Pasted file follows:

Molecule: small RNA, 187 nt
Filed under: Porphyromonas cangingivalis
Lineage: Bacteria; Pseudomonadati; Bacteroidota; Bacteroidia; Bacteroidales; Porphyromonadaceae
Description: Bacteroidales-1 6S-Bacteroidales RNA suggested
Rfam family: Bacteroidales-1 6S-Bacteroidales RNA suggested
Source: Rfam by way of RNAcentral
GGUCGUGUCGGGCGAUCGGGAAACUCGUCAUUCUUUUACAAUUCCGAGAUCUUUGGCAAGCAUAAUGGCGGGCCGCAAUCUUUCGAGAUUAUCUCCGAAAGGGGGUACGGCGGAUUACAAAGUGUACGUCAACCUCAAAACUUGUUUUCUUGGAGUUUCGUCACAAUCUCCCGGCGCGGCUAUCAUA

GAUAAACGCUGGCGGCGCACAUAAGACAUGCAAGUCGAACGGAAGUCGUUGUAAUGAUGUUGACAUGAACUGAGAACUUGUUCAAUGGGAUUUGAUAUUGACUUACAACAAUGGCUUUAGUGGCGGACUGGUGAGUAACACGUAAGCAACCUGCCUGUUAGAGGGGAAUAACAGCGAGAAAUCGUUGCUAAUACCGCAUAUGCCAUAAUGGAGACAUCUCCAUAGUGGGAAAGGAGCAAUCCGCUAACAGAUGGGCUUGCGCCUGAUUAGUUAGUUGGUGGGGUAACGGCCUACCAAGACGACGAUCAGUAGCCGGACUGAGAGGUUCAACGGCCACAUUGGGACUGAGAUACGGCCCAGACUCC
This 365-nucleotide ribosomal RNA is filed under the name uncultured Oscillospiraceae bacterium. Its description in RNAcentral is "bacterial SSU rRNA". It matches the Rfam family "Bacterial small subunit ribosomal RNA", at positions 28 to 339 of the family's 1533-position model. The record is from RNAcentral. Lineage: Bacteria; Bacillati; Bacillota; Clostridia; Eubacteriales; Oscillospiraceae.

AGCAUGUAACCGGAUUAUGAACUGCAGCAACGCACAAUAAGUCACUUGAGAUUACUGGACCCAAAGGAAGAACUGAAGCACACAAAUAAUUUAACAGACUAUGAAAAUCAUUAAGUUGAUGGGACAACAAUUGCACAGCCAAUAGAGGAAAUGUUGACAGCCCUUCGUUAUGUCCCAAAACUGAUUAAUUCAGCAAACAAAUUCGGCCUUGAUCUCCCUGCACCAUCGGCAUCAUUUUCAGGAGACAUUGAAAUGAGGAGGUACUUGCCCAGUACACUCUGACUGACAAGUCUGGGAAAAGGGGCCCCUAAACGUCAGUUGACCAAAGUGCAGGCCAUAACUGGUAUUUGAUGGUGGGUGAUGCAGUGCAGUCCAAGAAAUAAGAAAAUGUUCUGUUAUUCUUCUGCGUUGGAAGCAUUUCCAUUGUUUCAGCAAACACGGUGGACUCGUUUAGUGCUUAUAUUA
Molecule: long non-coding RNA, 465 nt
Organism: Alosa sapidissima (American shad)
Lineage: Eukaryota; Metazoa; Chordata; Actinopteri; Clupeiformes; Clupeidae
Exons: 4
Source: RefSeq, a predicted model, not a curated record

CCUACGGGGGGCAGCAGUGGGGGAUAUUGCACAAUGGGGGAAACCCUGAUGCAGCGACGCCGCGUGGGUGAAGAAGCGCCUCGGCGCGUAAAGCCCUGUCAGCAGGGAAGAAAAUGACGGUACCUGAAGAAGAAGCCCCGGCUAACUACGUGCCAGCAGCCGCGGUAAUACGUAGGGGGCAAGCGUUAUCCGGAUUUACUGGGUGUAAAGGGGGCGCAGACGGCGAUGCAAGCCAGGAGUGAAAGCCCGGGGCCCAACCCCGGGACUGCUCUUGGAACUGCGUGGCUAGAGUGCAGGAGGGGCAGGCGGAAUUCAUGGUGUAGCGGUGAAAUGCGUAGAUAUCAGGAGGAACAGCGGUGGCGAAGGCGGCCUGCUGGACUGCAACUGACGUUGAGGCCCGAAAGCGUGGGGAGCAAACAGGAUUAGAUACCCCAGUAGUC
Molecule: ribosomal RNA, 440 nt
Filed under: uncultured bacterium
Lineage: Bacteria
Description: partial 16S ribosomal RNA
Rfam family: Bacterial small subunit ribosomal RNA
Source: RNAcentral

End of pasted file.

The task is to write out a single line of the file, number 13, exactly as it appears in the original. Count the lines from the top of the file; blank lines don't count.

Lineage: Eukaryota; Metazoa; Chordata; Actinopteri; Clupeiformes; Clupeidae